Sandy v Kiama Municipal Council  NSWCATAD 49
Read the decision here: Sandy v Kiama Municipal Council  NSWCATAD 49
The Applicant applied for access to information (plans, drawings and reports) relating to a development application for an abattoir adjacent to his property under the Government Information (Public Access) Act 2009 (NSW) (GIPA Act). The Tribunal affirmed the decision of the Respondent to provide access to information by way of inspection, on the basis that to provide a copy of the records containing the information, as sought by the Applicant, would infringe copyright under the Copyright Act 1968 (Cth) (Copyright Act). In making its decision, the Tribunal provided guidance about determining whether information associated with a development application will be subject to copyright and when copyright will be infringed by providing access under the GIPA Act.
What you need to know
Access to government information in response to an access application may be provided in several specified ways under the GIPA Act, including by allowing the applicant to inspect the record or by providing a copy of a record (section 72(1)). The general requirement that access be provided in the way requested by the applicant is subject to exceptions, including where to do so would involve an infringement of copyright (section 72(2)(c)).
A decision not to provide access in the way requested by the applicant is a reviewable decision under section 80(i) of the GIPA Act, which means it is capable of being internally reviewed, as well as externally reviewed by the Information Commissioner and the Tribunal.
The Copyright Act 1968 (Cth) gives copyright owners the exclusive right to do certain acts, including the right to reproduce work in a material form and the right to communicate the work to the public. With certain limited exceptions, copyright is infringed where someone other than the copyright owner does any act, or authorises any act to be done, that is the exclusive right of the copyright owner, without the copyright owner’s permission or ‘licence’ (see sections 13(1) and 36).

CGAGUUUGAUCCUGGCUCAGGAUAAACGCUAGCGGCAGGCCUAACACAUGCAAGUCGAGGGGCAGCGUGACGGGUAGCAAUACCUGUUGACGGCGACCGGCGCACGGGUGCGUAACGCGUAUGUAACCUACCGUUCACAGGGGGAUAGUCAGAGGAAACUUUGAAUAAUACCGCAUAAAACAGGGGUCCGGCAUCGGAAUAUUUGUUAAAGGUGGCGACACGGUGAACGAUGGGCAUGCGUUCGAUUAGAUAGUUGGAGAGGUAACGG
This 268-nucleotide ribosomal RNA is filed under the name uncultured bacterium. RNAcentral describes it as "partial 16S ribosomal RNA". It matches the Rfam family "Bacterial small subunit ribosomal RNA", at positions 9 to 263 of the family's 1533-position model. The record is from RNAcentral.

In this matter, the Applicant did not accept that the information he sought was subject to copyright and applied to the Tribunal for administrative review of the decision of the agency to provide access by inspection, rather than to provide him a copy.
The Tribunal found that the information to which ‘view only’ access had been provided comprised literary or artistic works protected by copyright. Because the Respondent had no express or implied licence to copy the information, the Tribunal agreed with the Respondent that to provide access in the way requested by the Applicant would involve an infringement of copyright. The Tribunal considered exceptions under the Copyright Act for fair dealing for the purpose of criticism or review and reproduction for the purpose of judicial proceedings or professional advice, and found that none applied in the circumstances.
On this basis, the Tribunal affirmed the decision of the Respondent.